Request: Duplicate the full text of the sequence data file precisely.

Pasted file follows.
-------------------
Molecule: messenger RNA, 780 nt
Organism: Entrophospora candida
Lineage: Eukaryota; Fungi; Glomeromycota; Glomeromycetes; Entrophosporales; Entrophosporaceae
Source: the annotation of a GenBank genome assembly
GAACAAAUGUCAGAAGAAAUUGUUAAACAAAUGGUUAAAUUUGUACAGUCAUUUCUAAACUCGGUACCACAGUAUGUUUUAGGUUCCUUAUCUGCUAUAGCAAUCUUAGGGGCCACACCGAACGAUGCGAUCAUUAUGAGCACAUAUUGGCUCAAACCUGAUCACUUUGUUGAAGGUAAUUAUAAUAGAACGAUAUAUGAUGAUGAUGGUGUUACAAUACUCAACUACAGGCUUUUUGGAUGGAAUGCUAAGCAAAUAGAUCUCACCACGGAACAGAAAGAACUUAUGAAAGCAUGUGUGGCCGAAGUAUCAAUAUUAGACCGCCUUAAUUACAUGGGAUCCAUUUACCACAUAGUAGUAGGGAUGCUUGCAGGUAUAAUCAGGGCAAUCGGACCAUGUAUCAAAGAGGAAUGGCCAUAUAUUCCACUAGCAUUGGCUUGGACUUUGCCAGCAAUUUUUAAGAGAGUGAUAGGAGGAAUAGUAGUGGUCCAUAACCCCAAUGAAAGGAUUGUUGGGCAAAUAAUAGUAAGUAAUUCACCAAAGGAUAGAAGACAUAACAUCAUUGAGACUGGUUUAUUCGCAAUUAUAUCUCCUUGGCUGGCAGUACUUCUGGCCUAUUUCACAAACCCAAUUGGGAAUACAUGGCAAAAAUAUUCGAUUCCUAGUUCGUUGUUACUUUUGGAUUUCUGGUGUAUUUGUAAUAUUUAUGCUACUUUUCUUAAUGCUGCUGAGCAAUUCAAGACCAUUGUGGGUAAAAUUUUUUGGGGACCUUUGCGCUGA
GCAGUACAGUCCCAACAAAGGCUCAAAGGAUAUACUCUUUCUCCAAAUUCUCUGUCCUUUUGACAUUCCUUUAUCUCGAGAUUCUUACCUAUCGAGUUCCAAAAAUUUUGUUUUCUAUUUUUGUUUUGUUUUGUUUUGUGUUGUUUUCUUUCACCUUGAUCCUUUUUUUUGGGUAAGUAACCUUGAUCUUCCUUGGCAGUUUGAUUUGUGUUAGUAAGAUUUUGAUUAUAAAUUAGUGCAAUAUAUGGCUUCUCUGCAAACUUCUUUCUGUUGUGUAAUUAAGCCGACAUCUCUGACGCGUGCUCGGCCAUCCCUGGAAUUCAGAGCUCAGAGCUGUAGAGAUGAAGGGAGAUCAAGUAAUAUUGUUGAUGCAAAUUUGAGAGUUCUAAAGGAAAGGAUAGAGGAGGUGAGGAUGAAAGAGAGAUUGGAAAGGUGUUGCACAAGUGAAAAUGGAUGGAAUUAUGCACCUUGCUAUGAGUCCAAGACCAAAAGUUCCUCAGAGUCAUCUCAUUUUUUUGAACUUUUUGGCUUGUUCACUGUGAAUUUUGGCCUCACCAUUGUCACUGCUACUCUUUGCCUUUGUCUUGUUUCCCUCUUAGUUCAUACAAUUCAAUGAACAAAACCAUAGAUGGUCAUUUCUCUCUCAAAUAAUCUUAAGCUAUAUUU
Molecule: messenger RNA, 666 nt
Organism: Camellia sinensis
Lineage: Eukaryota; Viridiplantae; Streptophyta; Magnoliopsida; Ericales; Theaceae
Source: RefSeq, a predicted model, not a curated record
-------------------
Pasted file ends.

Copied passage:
Molecule: messenger RNA, 780 nt
Organism: Entrophospora candida
Lineage: Eukaryota; Fungi; Glomeromycota; Glomeromycetes; Entrophosporales; Entrophosporaceae
Source: the annotation of a GenBank genome assembly
GAACAAAUGUCAGAAGAAAUUGUUAAACAAAUGGUUAAAUUUGUACAGUCAUUUCUAAACUCGGUACCACAGUAUGUUUUAGGUUCCUUAUCUGCUAUAGCAAUCUUAGGGGCCACACCGAACGAUGCGAUCAUUAUGAGCACAUAUUGGCUCAAACCUGAUCACUUUGUUGAAGGUAAUUAUAAUAGAACGAUAUAUGAUGAUGAUGGUGUUACAAUACUCAACUACAGGCUUUUUGGAUGGAAUGCUAAGCAAAUAGAUCUCACCACGGAACAGAAAGAACUUAUGAAAGCAUGUGUGGCCGAAGUAUCAAUAUUAGACCGCCUUAAUUACAUGGGAUCCAUUUACCACAUAGUAGUAGGGAUGCUUGCAGGUAUAAUCAGGGCAAUCGGACCAUGUAUCAAAGAGGAAUGGCCAUAUAUUCCACUAGCAUUGGCUUGGACUUUGCCAGCAAUUUUUAAGAGAGUGAUAGGAGGAAUAGUAGUGGUCCAUAACCCCAAUGAAAGGAUUGUUGGGCAAAUAAUAGUAAGUAAUUCACCAAAGGAUAGAAGACAUAACAUCAUUGAGACUGGUUUAUUCGCAAUUAUAUCUCCUUGGCUGGCAGUACUUCUGGCCUAUUUCACAAACCCAAUUGGGAAUACAUGGCAAAAAUAUUCGAUUCCUAGUUCGUUGUUACUUUUGGAUUUCUGGUGUAUUUGUAAUAUUUAUGCUACUUUUCUUAAUGCUGCUGAGCAAUUCAAGACCAUUGUGGGUAAAAUUUUUUGGGGACCUUUGCGCUGA
GCAGUACAGUCCCAACAAAGGCUCAAAGGAUAUACUCUUUCUCCAAAUUCUCUGUCCUUUUGACAUUCCUUUAUCUCGAGAUUCUUACCUAUCGAGUUCCAAAAAUUUUGUUUUCUAUUUUUGUUUUGUUUUGUUUUGUGUUGUUUUCUUUCACCUUGAUCCUUUUUUUUGGGUAAGUAACCUUGAUCUUCCUUGGCAGUUUGAUUUGUGUUAGUAAGAUUUUGAUUAUAAAUUAGUGCAAUAUAUGGCUUCUCUGCAAACUUCUUUCUGUUGUGUAAUUAAGCCGACAUCUCUGACGCGUGCUCGGCCAUCCCUGGAAUUCAGAGCUCAGAGCUGUAGAGAUGAAGGGAGAUCAAGUAAUAUUGUUGAUGCAAAUUUGAGAGUUCUAAAGGAAAGGAUAGAGGAGGUGAGGAUGAAAGAGAGAUUGGAAAGGUGUUGCACAAGUGAAAAUGGAUGGAAUUAUGCACCUUGCUAUGAGUCCAAGACCAAAAGUUCCUCAGAGUCAUCUCAUUUUUUUGAACUUUUUGGCUUGUUCACUGUGAAUUUUGGCCUCACCAUUGUCACUGCUACUCUUUGCCUUUGUCUUGUUUCCCUCUUAGUUCAUACAAUUCAAUGAACAAAACCAUAGAUGGUCAUUUCUCUCUCAAAUAAUCUUAAGCUAUAUUU
Molecule: messenger RNA, 666 nt
Organism: Camellia sinensis
Lineage: Eukaryota; Viridiplantae; Streptophyta; Magnoliopsida; Ericales; Theaceae
Source: RefSeq, a predicted model, not a curated record